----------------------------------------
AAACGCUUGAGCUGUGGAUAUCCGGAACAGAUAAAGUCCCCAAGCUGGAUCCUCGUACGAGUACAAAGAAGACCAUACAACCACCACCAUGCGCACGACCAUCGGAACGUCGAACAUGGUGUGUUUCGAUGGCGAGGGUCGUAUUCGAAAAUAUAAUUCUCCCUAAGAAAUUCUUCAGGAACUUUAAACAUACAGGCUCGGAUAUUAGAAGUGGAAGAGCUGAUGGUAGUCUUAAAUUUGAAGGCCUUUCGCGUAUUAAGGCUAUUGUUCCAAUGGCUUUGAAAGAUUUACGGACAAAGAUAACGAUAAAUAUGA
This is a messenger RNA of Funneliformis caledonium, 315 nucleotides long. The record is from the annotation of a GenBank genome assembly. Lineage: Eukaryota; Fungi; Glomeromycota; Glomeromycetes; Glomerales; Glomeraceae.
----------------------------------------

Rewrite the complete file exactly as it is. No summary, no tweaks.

AAACGCUUGAGCUGUGGAUAUCCGGAACAGAUAAAGUCCCCAAGCUGGAUCCUCGUACGAGUACAAAGAAGACCAUACAACCACCACCAUGCGCACGACCAUCGGAACGUCGAACAUGGUGUGUUUCGAUGGCGAGGGUCGUAUUCGAAAAUAUAAUUCUCCCUAAGAAAUUCUUCAGGAACUUUAAACAUACAGGCUCGGAUAUUAGAAGUGGAAGAGCUGAUGGUAGUCUUAAAUUUGAAGGCCUUUCGCGUAUUAAGGCUAUUGUUCCAAUGGCUUUGAAAGAUUUACGGACAAAGAUAACGAUAAAUAUGA
This is a messenger RNA of Funneliformis caledonium, 315 nucleotides long. The record is from the annotation of a GenBank genome assembly. Lineage: Eukaryota; Fungi; Glomeromycota; Glomeromycetes; Glomerales; Glomeraceae.